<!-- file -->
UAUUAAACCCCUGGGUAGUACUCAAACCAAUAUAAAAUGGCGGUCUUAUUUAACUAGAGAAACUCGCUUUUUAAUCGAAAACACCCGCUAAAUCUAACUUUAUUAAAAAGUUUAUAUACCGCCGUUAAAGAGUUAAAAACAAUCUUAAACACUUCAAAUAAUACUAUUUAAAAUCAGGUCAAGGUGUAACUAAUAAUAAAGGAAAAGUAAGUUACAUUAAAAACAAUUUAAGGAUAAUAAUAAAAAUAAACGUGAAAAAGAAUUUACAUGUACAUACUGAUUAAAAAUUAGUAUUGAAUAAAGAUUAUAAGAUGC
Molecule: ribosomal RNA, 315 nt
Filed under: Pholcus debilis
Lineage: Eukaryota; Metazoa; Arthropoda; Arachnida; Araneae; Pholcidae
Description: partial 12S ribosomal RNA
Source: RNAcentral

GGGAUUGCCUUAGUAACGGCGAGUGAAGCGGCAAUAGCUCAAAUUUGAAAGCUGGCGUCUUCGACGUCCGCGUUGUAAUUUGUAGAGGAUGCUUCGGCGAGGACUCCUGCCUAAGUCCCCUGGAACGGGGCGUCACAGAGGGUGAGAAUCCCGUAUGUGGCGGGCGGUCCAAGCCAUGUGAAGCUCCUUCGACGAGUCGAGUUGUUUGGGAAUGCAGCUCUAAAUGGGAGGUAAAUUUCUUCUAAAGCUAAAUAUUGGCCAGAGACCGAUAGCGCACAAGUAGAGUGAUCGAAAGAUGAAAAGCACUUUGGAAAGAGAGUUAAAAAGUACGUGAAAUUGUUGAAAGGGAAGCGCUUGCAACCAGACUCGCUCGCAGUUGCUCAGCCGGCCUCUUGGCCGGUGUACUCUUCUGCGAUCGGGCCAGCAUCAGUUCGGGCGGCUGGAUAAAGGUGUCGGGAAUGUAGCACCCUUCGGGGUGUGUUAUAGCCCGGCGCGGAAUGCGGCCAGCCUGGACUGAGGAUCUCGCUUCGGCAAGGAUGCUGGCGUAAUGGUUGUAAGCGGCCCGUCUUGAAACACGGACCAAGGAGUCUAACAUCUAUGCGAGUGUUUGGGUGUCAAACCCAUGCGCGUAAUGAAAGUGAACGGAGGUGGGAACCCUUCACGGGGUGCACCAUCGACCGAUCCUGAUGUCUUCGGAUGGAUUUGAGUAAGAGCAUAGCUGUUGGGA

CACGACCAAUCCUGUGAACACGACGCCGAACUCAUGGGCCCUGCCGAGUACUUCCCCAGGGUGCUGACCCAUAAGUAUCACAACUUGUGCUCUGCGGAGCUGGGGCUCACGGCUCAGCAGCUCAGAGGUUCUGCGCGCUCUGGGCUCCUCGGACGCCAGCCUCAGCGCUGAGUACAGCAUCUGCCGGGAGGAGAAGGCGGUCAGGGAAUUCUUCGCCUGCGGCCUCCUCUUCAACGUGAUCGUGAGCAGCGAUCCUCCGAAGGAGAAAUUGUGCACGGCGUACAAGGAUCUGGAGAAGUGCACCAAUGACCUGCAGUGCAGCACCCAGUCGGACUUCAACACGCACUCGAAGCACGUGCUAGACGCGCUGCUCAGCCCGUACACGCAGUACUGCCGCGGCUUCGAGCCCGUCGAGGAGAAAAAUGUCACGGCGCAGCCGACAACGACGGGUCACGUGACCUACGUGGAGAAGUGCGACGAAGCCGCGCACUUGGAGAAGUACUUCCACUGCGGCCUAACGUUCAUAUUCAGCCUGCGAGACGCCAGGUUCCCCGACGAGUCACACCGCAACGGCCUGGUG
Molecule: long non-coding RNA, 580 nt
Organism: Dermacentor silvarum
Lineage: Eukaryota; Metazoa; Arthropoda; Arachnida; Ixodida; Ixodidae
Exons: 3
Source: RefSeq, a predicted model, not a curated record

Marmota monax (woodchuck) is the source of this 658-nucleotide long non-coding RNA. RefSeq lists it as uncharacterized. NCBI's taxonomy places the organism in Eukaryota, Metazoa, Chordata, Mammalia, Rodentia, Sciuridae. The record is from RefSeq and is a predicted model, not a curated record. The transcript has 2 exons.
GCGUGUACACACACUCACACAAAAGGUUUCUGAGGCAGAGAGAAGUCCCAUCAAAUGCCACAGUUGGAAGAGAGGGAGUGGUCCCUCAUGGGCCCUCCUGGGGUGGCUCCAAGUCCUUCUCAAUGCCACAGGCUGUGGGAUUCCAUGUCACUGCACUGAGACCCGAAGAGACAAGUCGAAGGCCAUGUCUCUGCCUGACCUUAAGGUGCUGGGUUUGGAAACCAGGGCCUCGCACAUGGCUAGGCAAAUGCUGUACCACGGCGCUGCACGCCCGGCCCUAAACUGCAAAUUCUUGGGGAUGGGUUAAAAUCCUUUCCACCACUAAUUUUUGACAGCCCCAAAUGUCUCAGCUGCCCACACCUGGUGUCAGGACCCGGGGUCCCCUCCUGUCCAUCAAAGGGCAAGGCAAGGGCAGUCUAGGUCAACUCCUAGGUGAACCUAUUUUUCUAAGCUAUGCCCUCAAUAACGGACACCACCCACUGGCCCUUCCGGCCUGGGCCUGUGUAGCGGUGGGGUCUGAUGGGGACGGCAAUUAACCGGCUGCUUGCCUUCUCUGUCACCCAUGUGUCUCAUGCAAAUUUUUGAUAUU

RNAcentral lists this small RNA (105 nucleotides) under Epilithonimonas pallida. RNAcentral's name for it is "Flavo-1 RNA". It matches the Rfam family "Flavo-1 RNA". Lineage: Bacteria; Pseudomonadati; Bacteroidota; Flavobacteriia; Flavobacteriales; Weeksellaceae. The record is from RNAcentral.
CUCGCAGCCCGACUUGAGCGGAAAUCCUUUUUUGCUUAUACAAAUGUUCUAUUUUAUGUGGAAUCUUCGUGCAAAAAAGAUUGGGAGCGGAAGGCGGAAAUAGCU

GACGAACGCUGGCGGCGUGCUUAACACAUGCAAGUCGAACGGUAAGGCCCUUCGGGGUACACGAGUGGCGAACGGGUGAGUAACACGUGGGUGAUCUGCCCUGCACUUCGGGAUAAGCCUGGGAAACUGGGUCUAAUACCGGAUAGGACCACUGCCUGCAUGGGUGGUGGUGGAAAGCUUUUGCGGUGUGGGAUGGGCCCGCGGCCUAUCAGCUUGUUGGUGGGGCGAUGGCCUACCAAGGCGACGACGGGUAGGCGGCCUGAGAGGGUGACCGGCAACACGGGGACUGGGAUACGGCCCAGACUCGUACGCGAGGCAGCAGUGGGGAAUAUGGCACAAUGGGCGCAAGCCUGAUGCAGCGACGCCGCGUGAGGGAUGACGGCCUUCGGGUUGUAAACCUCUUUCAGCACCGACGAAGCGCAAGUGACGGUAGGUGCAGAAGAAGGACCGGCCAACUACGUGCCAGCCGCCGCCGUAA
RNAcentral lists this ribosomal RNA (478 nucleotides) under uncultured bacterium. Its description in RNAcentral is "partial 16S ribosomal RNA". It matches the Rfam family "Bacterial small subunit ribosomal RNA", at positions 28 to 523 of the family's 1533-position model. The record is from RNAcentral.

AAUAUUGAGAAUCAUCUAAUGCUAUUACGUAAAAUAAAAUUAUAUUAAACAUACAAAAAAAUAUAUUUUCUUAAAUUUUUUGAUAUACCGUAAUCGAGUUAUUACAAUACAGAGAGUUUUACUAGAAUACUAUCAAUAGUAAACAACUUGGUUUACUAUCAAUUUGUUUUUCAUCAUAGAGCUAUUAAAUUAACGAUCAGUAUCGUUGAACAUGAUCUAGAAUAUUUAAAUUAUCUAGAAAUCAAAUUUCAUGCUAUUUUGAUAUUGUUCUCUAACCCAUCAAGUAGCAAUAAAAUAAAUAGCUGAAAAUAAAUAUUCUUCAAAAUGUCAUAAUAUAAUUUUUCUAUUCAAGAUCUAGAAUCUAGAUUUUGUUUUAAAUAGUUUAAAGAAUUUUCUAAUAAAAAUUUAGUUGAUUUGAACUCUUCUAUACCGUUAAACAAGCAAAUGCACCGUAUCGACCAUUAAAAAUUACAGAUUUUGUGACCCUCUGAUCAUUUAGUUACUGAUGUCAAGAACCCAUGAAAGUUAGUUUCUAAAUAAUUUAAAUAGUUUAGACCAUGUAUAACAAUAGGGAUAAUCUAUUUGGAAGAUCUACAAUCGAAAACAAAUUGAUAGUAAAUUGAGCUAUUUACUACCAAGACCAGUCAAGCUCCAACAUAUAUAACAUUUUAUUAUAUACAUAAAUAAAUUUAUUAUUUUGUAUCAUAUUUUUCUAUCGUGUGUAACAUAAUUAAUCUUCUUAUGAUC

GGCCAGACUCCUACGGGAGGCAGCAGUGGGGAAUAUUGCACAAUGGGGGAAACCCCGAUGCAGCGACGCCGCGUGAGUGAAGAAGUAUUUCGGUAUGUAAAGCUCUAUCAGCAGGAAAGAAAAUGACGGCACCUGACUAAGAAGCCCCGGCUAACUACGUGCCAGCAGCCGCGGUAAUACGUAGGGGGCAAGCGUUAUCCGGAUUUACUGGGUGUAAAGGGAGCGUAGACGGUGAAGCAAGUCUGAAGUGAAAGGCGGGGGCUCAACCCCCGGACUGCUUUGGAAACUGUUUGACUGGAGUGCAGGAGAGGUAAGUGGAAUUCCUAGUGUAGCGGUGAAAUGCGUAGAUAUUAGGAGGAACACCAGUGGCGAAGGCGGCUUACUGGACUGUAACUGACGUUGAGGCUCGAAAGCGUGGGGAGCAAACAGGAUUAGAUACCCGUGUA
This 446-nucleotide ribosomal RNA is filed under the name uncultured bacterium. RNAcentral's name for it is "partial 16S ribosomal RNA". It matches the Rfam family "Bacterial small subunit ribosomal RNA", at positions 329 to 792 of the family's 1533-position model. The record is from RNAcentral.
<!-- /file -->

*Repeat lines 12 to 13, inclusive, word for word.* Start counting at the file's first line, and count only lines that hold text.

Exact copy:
Exons: 3
Source: RefSeq, a predicted model, not a curated record